baby bottle tooth decay

Facts about Baby Bottle Tooth Decay

Handing a child a bottle filled with formula, juice, or milk and letting them drink it for hours is something that happens on a daily basis. While it might seem like this completely innocent action does no harm to your child, it could actually cause a problem known as baby bottle tooth decay.

What is Baby Bottle Tooth Decay?

Baby bottle tooth decay, or early childhood caries as it is called, is a medical term that is applied to cases of tooth decay that are found in young children. This type of tooth decay typically occurs in children under the age of five.

The cause of baby bottle tooth decay is exposure to too much sugar. Typically, the way young children get too much sugar is through the drinks they consume. That is why this type of tooth decay is often called baby bottle tooth decay or bottle mouth.

When a young child consumes sugar the bacteria in the mouth immediately go on the attack. The bacteria will instantly attack the sugar and create an extremely destructive acid. The acid, if left in contact with a child’s teeth, is so destructive that it can wear away the protective layer of the teeth known as enamel. Once the enamel is worn away or weakened, cavities can start to develop.

Awareness is Important to Preventing Baby Bottle Tooth Decay

Baby bottle tooth decay is extremely easy to prevent. However, most parents are not aware that it is a problem and therefore don’t take proper preventative measures to prevent it from happening to their child.

Pediatric dentists along with healthcare providers are working to raise awareness about this common problem. By raising awareness these professionals hope parents will learn valuable information they can use on a daily basis to prevent baby bottle tooth decay.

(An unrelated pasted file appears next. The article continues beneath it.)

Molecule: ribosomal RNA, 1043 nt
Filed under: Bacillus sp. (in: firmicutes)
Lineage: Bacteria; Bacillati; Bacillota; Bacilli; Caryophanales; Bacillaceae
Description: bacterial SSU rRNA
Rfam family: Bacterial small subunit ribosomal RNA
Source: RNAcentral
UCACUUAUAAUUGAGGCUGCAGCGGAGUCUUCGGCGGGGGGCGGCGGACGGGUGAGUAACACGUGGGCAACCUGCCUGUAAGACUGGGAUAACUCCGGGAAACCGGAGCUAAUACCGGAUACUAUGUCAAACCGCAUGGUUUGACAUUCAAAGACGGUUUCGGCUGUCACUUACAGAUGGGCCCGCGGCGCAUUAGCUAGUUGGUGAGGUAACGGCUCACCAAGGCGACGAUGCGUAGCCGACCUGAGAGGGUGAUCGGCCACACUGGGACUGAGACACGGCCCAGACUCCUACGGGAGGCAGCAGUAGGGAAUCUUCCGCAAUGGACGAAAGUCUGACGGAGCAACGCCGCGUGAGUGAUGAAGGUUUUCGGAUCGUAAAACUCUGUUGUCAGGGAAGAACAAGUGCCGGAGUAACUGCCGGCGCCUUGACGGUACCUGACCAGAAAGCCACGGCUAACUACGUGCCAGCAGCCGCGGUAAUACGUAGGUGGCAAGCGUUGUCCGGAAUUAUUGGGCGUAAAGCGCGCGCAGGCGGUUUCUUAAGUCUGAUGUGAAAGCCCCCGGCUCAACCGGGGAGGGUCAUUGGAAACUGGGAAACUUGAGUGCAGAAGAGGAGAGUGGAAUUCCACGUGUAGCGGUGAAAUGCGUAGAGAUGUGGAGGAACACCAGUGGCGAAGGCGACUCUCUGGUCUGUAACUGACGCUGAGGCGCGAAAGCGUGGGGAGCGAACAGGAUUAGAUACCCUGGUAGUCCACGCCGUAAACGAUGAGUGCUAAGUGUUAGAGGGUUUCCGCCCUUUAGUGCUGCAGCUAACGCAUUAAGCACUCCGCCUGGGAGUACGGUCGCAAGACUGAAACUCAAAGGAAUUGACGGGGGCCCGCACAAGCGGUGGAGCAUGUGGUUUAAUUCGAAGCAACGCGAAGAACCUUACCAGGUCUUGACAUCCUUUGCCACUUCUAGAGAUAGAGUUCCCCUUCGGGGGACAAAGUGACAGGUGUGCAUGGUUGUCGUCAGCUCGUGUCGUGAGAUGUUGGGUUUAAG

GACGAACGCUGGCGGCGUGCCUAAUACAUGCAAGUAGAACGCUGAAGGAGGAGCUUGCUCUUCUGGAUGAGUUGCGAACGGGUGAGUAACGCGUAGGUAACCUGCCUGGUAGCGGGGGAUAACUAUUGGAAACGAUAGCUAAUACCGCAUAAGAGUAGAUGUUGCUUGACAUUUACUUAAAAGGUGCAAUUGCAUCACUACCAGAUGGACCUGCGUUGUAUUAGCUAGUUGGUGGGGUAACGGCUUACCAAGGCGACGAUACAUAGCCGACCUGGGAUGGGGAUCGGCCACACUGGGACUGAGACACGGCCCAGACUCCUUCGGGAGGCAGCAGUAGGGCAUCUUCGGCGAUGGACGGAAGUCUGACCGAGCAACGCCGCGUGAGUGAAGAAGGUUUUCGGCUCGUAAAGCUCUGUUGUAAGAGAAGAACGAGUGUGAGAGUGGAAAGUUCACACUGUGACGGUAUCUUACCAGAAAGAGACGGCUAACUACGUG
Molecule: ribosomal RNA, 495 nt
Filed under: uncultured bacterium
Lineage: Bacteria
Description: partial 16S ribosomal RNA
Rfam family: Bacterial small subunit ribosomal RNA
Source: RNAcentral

Understanding the Early Warning Signs of Baby Bottle Tooth Decay

Baby bottle tooth decay is one of those problems that are easier to treat in the early stages. Learning the signs and symptoms of baby bottle tooth decay can help parents identify when a possible problem may be occurring.

The early warning signs and symptoms of baby bottle tooth decay parents should look for include:

  • Red or inflamed gums
  • Irritability or sudden changes in your child’s mood
  • Development of black or brown spots on your child’s teeth that don’t go away with regular brushing
  • Baby breath that doesn’t go away
  • Fever that isn’t associated with a cold or other illness

In its early stages, baby bottle tooth decay often doesn’t cause any symptoms. Pediatric dentists have the tools and knowledge necessary to identify baby bottle tooth decay in its early stages. That is why it is so important that you schedule regular appointments with a pediatric dentist as they can quickly diagnose and treat baby bottle tooth decay before it advances in severity.

A Closer Look at How Baby Bottle Tooth Decay is Treated

Treatment for baby bottle tooth decay will depend upon how severe it is. Early baby bottle tooth decay may be able to quickly and easily be treated with just a professional dental cleaning and fluoride treatment. The professional dental cleaning will remove any acid that has built up in your child’s mouth while the fluoride treatment can actively work to restore and strengthen your child’s teeth.

Severe cases of baby bottle tooth decay are harder to treat. If a child has a severe case of baby bottle tooth decay, fluoride treatments may not be able to restore and strengthen the teeth. The only treatment options that may be available include restorative dental treatments such as fillings or tooth extraction.

Ways to Prevent Baby Bottle Tooth Decay

Baby bottle tooth decay is easy to prevent. Some of the ways you can prevent baby bottle tooth decay include:

  • Limiting your child’s exposure to sugary drinks
  • Offering your child water instead of juices, milk, or formula
  • Diluting sugary drinks with water
  • Properly cleaning your child’s teeth and gums either by gently wiping them with a cloth or brushing them

Schedule an appointment with a pediatric dentist to learn more about baby bottle tooth decay and how you can prevent it from happening to your child.

 

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